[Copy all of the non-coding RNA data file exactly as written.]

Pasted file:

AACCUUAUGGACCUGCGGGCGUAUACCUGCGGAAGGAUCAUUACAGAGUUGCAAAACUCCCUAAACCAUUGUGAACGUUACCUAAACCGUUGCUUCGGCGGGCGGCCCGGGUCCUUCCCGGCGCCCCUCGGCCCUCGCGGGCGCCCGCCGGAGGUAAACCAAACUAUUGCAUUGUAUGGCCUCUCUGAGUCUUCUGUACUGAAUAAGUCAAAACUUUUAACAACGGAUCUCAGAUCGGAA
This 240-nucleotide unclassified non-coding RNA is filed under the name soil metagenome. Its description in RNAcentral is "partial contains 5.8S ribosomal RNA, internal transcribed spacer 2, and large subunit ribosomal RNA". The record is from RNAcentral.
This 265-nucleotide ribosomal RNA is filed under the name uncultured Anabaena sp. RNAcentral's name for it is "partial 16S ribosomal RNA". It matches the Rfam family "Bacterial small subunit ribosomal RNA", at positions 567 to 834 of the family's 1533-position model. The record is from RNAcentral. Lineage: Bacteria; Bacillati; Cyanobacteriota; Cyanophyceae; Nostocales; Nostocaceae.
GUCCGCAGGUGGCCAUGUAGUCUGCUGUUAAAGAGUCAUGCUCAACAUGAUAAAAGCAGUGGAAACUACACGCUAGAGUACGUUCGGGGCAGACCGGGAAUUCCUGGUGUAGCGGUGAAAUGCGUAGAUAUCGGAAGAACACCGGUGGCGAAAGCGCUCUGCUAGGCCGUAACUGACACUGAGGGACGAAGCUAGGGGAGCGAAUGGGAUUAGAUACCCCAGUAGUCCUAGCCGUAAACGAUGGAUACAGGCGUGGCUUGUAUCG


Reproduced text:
AACCUUAUGGACCUGCGGGCGUAUACCUGCGGAAGGAUCAUUACAGAGUUGCAAAACUCCCUAAACCAUUGUGAACGUUACCUAAACCGUUGCUUCGGCGGGCGGCCCGGGUCCUUCCCGGCGCCCCUCGGCCCUCGCGGGCGCCCGCCGGAGGUAAACCAAACUAUUGCAUUGUAUGGCCUCUCUGAGUCUUCUGUACUGAAUAAGUCAAAACUUUUAACAACGGAUCUCAGAUCGGAA
This 240-nucleotide unclassified non-coding RNA is filed under the name soil metagenome. Its description in RNAcentral is "partial contains 5.8S ribosomal RNA, internal transcribed spacer 2, and large subunit ribosomal RNA". The record is from RNAcentral.
This 265-nucleotide ribosomal RNA is filed under the name uncultured Anabaena sp. RNAcentral's name for it is "partial 16S ribosomal RNA". It matches the Rfam family "Bacterial small subunit ribosomal RNA", at positions 567 to 834 of the family's 1533-position model. The record is from RNAcentral. Lineage: Bacteria; Bacillati; Cyanobacteriota; Cyanophyceae; Nostocales; Nostocaceae.
GUCCGCAGGUGGCCAUGUAGUCUGCUGUUAAAGAGUCAUGCUCAACAUGAUAAAAGCAGUGGAAACUACACGCUAGAGUACGUUCGGGGCAGACCGGGAAUUCCUGGUGUAGCGGUGAAAUGCGUAGAUAUCGGAAGAACACCGGUGGCGAAAGCGCUCUGCUAGGCCGUAACUGACACUGAGGGACGAAGCUAGGGGAGCGAAUGGGAUUAGAUACCCCAGUAGUCCUAGCCGUAAACGAUGGAUACAGGCGUGGCUUGUAUCG